Stormy pattern returning to Pacific Northwest
California and Oregon will see the heaviest rain
A stormy pattern will return to the West Coast, with two systems on tap during the next week.
Rain from the first system will arrive Monday for areas in Northern California to Washington.
Meteorologists expect overall rainfall totals to be light compared to copious rains produced during the atmospheric river events.
Anywhere from a half-inch to an inch of rain is expected, with mountainous regions receiving between one and three inches.
So far, National Weather Service meteorologists have not issued any Flash Flood Watches but are monitoring areas between Medford, Oregon, to San Francisco for the heaviest rainfall.
The NWS is also not expecting widespread snows ahead of the cold front. Snow levels remain high, above 8,000 feet, so wintery precipitation will be limited to the higher elevations.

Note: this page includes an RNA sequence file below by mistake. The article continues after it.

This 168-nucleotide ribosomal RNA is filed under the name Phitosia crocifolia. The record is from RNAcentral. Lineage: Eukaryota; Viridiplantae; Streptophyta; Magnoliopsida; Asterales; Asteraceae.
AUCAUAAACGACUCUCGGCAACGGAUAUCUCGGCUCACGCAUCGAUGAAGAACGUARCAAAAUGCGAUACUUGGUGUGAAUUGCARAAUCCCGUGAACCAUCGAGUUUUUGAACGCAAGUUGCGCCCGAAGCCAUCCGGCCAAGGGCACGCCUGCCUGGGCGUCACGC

The system will quickly move through the region, and forecasters expect rain to taper off by Tuesday evening.
A second system is expected to approach the coast on Wednesday, producing more beneficial rains and snows for the Pacific Northwest.
Drought lingers despite rains
Despite recent rains, many areas of the West remain in a drought, including the entire State of California.
The state is experiencing a multi-year drought that started in early 2020 and shows no signs of letting up.
The U.S. Drought Monitor reports 83 percent of California is currently experiencing extreme drought levels.
According to NWS data, the last time large parts of The Golden State finished a year with above average rainfall was in 2019.
WARMER-THAN-AVERAGE WINTER PREDICTED FOR MOST OF US
While the winter months could provide some relief, meteorologists expect the double-dip La Niña will likely help infuse warmer, drier weather into much of the state.